20160720

V

On the TV sitcom, 'Bewitched' (1964-1972), Samantha (a witch) married Darrin (a mortal) and gave birth to Tabitha (a witch, in 1966) and Adam (a warlock, in 1969). In May 1983, the first interplanetary mating took place. By May 1984, the birth of earthling Robin Maxwell's twins became the most anxiously awaited moment in history. The question was asked, "Will her children be mankind's destruction or salvation?" Producer Dan Blatt told 'Scripps-Howard News Service', "We're setting up a situation (for the weekly TV series) where there is more interplay between Earth and the aliens. I think we all believe somewhere out there in all those galaxies are other races. The conflict between the 2 worlds in 'V' is reality-based." 

'V' referred to visitors in the science-fiction TV mini-series shown in 1983 and 1984. In May 1983, an estimated 65 million viewers were counted watching the entire 4 hours (over 2 nights). The 6 hours sequel, 'The Final Battle' shown in May 1984 attracted an estimated 100 million viewers. It was, as the narrator observed, "the greatest event mankind has ever witnessed." 

'V' told a tale about the thousands of "visitors" from another world landed on Earth in 50 motherships measured 3 miles across and all positioned around the world's key urban centers. NBC felt compelled to preempt 'Knight Rider' with the "epic the world has been waiting for - man's first alien encounter." 'V' (reportedly costing NBC $23 million to make) and the sequel 'V: The Final Battle' were monster hits, winning around 40 shares of the audience when it went on air. It was understood at the time it was less expensive cost-per-hour for the networks to make TV mini-series or TV movies. 

The visitors were reptilians in human skin and were allergic to red-dust chemical except in warmer climate. The visitors came to Earth with the intention of colonizing the planet in order to take control of Earth's water supply and to use humans as slaves and for food. David Handler of 'Newspaper Enterprise Association' noted, "The mini-series was something fresh. After all, the future of mankind was at stake."

Faye Grant played one of the freedom fighters who formed the Resistance Movement remarked, "At first, I couldn't believe it. I thought the first mini-series was wonderful and I would have settled for a walk-on role just to be a part of it. But I didn’t feel the same about the sequel, although I have to admit it worked out much better than I expected." 

Kenneth Johnson wrote, produced, directed and developed 'V' for television. Of the analogy to the Fall of France which took place on June 22 1940, Marc Singer stressed, "The point was perhaps made a little too stridently. The major point to revitalize is that men and women can lose control of their destiny. They can lose control of their souls as individuals, and as a nation, if they allow their government to be subverted and to lose moral direction. That is a transcendental message that cover much space and much time and many events in history. Our most recent and most dramatic example of this was Nazi Germany. But the lesson is not to draw us backward in time, but to make us aware of our present condition and the possibilities and our responsibilities."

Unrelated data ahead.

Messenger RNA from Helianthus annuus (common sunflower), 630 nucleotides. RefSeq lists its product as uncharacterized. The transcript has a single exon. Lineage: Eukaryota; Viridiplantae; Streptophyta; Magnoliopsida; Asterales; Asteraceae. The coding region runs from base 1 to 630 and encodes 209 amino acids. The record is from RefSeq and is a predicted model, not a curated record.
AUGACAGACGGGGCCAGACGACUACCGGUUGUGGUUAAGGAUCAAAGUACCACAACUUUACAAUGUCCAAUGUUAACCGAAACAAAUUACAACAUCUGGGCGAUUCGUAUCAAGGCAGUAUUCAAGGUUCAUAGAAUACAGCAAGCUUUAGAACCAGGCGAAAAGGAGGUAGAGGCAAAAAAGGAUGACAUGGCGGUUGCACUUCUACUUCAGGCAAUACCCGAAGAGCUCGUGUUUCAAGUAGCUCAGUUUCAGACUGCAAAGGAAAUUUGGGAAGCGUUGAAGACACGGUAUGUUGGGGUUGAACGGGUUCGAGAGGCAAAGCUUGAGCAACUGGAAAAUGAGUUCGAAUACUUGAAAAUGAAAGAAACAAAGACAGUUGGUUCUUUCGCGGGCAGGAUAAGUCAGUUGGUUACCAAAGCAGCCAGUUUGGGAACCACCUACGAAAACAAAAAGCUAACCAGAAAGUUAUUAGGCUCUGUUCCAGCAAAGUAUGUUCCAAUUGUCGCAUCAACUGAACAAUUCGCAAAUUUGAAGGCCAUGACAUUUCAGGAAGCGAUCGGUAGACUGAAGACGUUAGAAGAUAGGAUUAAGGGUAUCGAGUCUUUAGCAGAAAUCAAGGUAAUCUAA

Faye made the comment, "I've always felt there was something out there … I think it's just a matter of time before we make contact." Of the TV series, she enthused, "After 10 hours (of the 2 mini-series) I didn’t know what we could do to top a woman eating a rat or a woman giving birth to a monster. But they have found a way to top it." In 2009, another 'V' series went on air. The show attracted an estimated 9 million viewers in its first season. 

Kenneth Johnson maintained, "'V' was never about spaceships and aliens but about power; about its abuse and some people who suck up to it, others who lay low hoping it won't bother them and still others who say no this is wrong and we have to fight back. It's a timeless story with deep roots that go back through the American Revolution all the way to Sparticus' revolt of the slaves." 

Dan Blatt believed the 'V' weekly series could "probably be the most expensive show in television" with a budget of over $1 million for each episode. The Associated Press pointed out at the time, "'V' takes on excruciatingly pretentious overtones. When the true, un-American intentions of the visitors become clear, parallels are drawn between the aliens and Nazi terror. A uniformed Visitors Friend Group, with similarities to the Hitler Youth Movement, attracts malcontents susceptible to the power of power who frighten their parents with the fear of ratting to the authorities." Jacques-Yves Cousteau reminded, "The Earth will be consumed by the Sun in 4 or 5 billion years and the universe will carry on without man – exactly as before; no change." 

Blog Archive